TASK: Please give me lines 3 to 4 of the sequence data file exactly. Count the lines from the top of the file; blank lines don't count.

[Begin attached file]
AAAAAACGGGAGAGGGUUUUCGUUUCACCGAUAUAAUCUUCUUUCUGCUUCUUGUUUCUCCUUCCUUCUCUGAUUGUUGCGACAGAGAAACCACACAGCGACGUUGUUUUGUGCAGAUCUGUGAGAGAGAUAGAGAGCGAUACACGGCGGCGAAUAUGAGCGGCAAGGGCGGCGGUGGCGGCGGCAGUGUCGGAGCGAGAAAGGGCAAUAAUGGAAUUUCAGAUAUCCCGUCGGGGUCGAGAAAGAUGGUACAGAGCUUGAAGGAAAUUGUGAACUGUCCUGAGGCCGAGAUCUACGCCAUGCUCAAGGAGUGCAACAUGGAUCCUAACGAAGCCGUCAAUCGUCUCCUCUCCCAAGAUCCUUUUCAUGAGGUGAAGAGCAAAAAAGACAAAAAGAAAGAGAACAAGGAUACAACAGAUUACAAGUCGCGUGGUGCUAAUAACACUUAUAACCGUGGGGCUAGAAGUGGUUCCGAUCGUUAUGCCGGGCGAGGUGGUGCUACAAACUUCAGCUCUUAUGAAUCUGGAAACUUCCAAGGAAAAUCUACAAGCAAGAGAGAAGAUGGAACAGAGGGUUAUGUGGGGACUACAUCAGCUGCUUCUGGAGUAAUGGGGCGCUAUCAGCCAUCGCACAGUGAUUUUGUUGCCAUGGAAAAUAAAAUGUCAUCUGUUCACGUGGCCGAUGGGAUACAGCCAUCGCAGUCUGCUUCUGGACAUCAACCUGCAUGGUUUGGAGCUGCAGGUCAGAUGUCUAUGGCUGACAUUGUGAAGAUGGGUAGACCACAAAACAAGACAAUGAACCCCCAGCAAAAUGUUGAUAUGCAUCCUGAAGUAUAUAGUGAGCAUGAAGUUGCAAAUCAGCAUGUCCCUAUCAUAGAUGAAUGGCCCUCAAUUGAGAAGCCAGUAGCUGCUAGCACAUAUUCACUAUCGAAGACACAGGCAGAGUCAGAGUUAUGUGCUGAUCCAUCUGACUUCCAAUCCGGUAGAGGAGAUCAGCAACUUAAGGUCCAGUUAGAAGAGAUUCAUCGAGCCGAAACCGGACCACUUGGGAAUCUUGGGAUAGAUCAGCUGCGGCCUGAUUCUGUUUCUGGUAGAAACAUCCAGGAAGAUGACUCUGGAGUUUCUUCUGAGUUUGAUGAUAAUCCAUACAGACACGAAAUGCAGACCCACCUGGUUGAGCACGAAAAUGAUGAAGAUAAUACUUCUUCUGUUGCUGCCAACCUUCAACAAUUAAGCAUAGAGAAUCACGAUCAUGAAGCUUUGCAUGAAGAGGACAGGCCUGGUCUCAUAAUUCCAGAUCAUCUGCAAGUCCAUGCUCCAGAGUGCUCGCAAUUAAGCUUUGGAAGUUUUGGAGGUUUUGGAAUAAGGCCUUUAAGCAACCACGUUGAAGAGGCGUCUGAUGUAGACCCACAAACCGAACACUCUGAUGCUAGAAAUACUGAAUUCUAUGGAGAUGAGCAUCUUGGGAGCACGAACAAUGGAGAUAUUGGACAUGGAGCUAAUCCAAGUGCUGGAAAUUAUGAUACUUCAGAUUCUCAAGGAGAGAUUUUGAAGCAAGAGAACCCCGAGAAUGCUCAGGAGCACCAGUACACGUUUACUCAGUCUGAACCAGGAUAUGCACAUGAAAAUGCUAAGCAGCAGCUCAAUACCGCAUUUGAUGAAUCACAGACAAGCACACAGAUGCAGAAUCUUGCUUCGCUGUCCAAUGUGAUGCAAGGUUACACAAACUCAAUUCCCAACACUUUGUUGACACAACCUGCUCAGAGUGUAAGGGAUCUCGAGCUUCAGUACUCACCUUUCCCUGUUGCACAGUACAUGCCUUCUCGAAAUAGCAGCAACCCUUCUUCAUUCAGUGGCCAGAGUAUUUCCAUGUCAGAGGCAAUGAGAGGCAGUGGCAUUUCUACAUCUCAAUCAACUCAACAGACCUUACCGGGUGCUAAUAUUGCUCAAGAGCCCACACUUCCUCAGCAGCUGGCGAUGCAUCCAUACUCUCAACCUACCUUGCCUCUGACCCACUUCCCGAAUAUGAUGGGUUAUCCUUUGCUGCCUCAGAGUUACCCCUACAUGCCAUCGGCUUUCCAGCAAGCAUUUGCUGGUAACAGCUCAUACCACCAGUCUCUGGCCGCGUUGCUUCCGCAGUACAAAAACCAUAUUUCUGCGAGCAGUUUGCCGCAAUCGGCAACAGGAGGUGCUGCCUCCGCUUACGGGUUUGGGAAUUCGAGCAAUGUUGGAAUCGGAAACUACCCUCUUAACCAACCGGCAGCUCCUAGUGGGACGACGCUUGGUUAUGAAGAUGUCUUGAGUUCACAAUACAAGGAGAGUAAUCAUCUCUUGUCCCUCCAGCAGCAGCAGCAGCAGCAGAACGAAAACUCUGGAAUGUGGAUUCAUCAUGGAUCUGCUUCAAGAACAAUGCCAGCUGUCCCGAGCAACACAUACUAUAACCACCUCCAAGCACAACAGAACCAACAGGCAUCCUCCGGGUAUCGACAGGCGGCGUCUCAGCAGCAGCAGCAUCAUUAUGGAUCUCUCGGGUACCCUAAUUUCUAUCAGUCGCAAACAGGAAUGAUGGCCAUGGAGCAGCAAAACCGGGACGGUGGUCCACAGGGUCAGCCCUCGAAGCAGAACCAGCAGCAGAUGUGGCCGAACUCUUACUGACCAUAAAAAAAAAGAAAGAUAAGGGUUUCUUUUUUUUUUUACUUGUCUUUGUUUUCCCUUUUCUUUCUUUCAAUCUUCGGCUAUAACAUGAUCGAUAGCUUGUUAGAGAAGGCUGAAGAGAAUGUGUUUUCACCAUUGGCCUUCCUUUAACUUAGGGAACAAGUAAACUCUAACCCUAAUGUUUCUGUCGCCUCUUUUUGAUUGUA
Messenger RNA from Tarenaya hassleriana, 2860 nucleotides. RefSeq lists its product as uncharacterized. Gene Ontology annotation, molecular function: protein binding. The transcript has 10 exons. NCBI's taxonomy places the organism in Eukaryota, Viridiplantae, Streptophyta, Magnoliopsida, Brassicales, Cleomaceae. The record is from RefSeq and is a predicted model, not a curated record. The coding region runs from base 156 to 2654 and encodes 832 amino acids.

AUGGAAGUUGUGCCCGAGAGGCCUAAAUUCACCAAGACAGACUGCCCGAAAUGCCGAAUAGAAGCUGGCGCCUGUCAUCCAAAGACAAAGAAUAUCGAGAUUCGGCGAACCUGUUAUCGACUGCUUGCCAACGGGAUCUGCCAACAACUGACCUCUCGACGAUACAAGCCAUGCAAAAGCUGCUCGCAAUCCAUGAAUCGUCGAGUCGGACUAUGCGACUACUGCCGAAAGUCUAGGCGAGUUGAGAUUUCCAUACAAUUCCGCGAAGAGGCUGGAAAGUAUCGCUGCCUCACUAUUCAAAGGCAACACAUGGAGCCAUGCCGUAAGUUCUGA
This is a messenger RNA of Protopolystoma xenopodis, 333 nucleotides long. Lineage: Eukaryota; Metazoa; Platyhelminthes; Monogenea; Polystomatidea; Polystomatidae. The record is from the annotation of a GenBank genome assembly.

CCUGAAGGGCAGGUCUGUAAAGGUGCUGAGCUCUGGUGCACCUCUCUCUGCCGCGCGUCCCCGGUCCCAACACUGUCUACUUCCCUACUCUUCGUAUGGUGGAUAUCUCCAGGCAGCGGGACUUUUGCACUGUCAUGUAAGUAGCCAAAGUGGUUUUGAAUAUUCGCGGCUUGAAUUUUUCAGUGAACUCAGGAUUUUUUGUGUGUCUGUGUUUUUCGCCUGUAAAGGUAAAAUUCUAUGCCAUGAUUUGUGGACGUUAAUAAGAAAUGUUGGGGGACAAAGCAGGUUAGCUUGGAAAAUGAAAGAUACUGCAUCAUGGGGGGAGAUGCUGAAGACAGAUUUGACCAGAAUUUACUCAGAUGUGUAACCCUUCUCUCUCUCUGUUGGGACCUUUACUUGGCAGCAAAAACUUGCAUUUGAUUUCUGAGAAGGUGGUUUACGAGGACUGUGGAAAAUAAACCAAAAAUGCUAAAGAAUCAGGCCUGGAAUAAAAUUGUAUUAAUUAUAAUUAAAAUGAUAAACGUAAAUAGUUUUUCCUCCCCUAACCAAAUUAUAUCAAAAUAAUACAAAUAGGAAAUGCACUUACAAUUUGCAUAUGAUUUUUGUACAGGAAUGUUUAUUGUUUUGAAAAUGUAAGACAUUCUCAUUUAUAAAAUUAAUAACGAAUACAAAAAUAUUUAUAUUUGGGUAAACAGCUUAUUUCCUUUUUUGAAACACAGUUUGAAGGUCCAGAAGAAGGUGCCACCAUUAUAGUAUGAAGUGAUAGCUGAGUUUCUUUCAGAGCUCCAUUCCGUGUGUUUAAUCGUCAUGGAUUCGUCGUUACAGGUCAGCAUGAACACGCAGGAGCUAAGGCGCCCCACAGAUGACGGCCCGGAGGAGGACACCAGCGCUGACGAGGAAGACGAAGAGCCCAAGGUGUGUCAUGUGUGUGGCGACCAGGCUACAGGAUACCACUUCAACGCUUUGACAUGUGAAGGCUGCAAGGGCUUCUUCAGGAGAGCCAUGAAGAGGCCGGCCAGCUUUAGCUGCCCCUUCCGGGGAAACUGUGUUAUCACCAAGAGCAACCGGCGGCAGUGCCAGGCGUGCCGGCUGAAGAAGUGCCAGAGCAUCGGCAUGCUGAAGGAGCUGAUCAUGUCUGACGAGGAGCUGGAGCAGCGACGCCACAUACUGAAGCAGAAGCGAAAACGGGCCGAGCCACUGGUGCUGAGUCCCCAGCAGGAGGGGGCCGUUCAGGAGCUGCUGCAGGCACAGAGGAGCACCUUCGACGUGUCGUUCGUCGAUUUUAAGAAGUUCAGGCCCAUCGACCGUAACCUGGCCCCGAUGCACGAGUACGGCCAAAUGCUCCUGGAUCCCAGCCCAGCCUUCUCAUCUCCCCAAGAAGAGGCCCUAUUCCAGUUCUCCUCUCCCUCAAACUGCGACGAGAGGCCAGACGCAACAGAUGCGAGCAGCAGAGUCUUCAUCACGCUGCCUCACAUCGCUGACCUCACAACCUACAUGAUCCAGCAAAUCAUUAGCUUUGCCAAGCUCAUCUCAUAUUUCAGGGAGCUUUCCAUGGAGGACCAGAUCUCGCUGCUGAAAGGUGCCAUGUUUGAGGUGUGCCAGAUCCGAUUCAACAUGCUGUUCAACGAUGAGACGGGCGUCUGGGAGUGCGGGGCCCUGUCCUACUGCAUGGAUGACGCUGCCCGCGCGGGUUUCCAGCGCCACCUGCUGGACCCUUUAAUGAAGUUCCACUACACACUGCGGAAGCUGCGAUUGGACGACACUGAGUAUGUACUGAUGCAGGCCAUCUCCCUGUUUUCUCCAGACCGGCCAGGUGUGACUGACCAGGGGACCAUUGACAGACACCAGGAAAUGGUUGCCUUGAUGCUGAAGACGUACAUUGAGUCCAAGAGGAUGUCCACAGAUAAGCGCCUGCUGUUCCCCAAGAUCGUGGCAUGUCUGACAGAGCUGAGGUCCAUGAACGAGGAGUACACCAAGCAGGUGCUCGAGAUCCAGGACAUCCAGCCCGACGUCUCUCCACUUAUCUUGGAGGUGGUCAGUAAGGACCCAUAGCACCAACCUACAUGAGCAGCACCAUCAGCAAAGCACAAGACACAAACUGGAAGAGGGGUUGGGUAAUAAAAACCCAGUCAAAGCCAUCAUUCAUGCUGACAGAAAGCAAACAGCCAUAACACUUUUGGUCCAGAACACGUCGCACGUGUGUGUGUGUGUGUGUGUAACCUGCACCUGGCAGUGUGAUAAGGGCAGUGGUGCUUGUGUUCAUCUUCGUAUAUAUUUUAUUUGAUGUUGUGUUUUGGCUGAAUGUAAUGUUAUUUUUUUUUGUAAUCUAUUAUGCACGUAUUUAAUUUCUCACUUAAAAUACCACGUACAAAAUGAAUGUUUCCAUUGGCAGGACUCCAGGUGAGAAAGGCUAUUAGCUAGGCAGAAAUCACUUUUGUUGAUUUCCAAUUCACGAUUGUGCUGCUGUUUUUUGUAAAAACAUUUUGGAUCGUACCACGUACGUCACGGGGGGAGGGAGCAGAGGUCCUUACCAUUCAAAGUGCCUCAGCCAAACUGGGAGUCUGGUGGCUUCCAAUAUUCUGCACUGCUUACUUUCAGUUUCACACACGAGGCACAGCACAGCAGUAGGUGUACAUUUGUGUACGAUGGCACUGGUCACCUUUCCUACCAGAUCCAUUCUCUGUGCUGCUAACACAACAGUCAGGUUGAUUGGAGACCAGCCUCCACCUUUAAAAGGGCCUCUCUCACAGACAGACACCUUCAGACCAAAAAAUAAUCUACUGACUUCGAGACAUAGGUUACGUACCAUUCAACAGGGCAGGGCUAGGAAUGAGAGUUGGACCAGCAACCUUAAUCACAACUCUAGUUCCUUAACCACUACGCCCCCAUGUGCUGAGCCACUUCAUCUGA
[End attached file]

AUGGAAGUUGUGCCCGAGAGGCCUAAAUUCACCAAGACAGACUGCCCGAAAUGCCGAAUAGAAGCUGGCGCCUGUCAUCCAAAGACAAAGAAUAUCGAGAUUCGGCGAACCUGUUAUCGACUGCUUGCCAACGGGAUCUGCCAACAACUGACCUCUCGACGAUACAAGCCAUGCAAAAGCUGCUCGCAAUCCAUGAAUCGUCGAGUCGGACUAUGCGACUACUGCCGAAAGUCUAGGCGAGUUGAGAUUUCCAUACAAUUCCGCGAAGAGGCUGGAAAGUAUCGCUGCCUCACUAUUCAAAGGCAACACAUGGAGCCAUGCCGUAAGUUCUGA
This is a messenger RNA of Protopolystoma xenopodis, 333 nucleotides long. Lineage: Eukaryota; Metazoa; Platyhelminthes; Monogenea; Polystomatidea; Polystomatidae. The record is from the annotation of a GenBank genome assembly.